Kansas Ham, Son, Electrocuted While Erecting Antennas
While putting up backyard antennas on the afternoon of Sunday, July 13, Edward Thomas, KC0TIG, of Kansas City, Kansas, and his son were electrocuted. The elder Thomas, 65, was pronounced dead at the scene. His son, 27, was rushed to the hospital but died later that day. Initial reports suggest that the antenna they were installing came in contact with 7620 V power lines. Neighbors reported a "loud popping sound" and the electricity went out on the block.
Jacob's 7 year old daughter witnessed the tragedy and ran to the neighbor's yard, calling for help. Byron Kirkwood and another neighbor attempted to perform CPR on the men; the neighbor also called 911.
Robert Mullendore, a spokesman for the Kansas City Board of Public Utilities (KCBPU), was quoted by Kansas City television station KSBH as saying it is rare to survive a shock as strong as the two men received: "There are people who will survive -- they're lucky by the grace of God, it's high energy, it's dangerous, that's why it's up in the air -- you just have to be careful. Even those who survive have pretty wicked wounds and they are lifelong wounds." In the power business for more than 30 years, the spokesman said these accidents are "really rare," saying that he only sees something like this "every two or three years. If you're doing any kind of work like this, you just really, really need to be aware of your surroundings."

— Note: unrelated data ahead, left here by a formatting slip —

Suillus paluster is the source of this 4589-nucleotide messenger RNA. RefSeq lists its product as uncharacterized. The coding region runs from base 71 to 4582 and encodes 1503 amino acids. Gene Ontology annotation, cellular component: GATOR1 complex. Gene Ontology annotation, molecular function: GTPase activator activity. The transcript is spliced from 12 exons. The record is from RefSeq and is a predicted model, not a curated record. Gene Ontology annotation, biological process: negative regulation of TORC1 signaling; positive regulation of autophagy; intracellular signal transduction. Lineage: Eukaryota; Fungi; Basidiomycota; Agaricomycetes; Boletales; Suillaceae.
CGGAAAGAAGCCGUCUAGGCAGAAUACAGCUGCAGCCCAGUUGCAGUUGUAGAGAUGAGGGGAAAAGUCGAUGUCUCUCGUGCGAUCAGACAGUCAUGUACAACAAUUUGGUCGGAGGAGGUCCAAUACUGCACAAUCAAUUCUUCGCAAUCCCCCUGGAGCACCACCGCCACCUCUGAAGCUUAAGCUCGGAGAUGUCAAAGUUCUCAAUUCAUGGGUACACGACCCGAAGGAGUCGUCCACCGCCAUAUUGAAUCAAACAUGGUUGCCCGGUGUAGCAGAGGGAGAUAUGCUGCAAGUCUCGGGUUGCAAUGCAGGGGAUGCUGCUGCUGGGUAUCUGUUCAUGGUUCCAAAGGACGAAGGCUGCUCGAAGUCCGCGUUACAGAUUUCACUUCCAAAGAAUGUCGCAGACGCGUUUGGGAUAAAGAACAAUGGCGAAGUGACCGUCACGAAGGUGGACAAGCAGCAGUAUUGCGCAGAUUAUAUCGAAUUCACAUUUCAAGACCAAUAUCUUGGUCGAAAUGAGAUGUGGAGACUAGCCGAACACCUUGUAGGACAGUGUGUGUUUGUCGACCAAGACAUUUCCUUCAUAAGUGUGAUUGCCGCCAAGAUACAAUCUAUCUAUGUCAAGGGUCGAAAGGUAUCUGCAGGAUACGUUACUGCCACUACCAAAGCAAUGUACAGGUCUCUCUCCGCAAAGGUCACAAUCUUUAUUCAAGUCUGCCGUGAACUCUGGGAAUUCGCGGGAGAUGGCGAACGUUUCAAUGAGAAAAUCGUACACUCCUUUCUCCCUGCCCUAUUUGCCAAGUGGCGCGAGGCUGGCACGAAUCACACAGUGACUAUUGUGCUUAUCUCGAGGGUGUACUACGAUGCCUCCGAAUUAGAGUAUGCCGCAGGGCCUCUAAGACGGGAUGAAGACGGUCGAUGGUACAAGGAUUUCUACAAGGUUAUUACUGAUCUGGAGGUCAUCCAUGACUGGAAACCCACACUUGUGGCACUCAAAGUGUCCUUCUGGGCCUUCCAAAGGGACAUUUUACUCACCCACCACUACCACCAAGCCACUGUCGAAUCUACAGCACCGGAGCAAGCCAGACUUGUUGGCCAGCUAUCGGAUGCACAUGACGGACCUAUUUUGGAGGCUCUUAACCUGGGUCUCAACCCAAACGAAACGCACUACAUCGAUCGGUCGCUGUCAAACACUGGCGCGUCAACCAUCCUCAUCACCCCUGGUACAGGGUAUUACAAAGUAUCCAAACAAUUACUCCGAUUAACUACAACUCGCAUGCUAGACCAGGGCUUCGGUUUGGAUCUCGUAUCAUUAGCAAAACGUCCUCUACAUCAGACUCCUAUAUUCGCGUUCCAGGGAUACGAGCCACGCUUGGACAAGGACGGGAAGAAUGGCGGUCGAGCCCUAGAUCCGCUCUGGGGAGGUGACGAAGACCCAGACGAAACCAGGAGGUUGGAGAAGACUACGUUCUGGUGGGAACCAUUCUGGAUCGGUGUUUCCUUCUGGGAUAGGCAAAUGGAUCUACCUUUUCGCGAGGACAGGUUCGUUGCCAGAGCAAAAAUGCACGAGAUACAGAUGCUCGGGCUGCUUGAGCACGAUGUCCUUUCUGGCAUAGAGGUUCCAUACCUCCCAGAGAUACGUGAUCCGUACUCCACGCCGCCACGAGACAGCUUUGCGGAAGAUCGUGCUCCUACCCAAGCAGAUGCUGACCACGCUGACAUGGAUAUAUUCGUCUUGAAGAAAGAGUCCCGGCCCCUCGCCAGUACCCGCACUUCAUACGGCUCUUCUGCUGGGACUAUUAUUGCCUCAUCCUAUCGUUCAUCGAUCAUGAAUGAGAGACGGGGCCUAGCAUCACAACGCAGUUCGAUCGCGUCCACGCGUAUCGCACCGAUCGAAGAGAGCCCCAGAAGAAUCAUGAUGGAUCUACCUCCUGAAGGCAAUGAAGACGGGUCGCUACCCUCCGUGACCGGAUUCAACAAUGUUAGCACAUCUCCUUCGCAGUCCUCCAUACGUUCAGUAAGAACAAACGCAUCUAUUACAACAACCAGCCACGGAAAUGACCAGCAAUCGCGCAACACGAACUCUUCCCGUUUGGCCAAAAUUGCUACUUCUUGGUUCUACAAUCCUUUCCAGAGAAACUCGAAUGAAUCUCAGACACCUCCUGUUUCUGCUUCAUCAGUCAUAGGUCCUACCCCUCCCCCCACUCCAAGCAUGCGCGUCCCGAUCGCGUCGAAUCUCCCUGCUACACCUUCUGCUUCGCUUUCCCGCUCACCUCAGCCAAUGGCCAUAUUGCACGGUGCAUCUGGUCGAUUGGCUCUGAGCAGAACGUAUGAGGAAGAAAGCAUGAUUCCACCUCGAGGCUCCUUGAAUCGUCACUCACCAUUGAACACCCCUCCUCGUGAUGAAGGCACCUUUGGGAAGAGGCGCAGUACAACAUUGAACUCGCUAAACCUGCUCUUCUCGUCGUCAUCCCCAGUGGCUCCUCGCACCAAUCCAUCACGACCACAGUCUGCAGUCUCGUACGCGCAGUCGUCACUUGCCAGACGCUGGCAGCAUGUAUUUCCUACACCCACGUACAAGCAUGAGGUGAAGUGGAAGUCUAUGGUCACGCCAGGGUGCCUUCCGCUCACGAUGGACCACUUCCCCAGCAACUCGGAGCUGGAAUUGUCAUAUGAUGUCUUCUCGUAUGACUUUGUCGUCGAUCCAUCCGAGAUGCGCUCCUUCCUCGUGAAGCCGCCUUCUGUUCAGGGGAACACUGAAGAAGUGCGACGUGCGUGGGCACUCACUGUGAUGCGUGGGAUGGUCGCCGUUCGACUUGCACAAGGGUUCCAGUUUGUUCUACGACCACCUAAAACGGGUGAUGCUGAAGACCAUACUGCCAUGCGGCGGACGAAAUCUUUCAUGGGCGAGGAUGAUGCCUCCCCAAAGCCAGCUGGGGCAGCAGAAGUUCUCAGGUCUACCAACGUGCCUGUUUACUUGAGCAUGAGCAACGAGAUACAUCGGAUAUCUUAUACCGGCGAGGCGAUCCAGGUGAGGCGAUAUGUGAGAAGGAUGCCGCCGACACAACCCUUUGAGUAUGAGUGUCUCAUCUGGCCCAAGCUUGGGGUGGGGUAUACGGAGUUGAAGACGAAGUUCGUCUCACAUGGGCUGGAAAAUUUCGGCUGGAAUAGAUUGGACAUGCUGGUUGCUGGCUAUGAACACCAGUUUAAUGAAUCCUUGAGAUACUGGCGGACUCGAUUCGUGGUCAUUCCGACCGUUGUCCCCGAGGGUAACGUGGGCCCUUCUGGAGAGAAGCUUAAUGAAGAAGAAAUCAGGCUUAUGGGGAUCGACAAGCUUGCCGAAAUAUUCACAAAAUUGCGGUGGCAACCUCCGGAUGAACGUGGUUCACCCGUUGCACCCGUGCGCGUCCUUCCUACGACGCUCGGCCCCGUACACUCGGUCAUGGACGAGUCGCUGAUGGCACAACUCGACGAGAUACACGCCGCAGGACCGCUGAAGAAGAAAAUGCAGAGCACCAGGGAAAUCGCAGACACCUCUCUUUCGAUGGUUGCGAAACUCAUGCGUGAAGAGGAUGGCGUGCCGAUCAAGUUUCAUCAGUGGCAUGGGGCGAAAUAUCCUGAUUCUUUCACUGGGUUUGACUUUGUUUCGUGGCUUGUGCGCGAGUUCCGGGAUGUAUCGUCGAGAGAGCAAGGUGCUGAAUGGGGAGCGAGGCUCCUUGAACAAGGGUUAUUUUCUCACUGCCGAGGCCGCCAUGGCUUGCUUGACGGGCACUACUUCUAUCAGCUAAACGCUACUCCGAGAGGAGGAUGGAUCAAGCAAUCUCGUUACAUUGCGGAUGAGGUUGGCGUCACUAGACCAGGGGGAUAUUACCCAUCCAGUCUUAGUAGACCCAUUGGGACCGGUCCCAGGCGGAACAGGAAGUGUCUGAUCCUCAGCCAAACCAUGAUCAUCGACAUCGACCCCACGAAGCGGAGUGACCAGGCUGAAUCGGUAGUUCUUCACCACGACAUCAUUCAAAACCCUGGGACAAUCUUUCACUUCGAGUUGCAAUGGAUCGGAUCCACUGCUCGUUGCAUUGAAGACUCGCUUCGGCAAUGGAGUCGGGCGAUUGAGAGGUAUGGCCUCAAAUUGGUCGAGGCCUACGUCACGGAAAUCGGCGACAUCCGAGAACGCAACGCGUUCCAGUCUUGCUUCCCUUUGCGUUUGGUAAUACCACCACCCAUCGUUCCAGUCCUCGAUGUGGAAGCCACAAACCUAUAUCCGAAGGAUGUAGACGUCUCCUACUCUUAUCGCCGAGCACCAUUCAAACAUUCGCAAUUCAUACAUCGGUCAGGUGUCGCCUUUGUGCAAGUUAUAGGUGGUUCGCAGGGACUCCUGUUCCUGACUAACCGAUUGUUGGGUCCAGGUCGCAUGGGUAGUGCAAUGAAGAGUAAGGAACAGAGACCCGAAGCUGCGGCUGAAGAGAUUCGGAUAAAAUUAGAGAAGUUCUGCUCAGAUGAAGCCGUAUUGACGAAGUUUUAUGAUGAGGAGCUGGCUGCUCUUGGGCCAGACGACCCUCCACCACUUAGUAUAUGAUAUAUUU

Chuck Kraly, K0XM, used to work for KCBPU; he built and maintained the substation that fed the circuit going to the Thomas home: "This is nothing to take chances with. In my almost 30 years as a ham -- and 27 years in the power utility field -- I have seen way too many 'accidents.' Stop and look. If it is close or seems that way -- don't. Find another place. High voltage lines are not forgiving. Your life depends on it. Please follow the warnings. Anywhere close is too close." -- Thanks to Larry Staples, W0AIB, and others who contributed to this story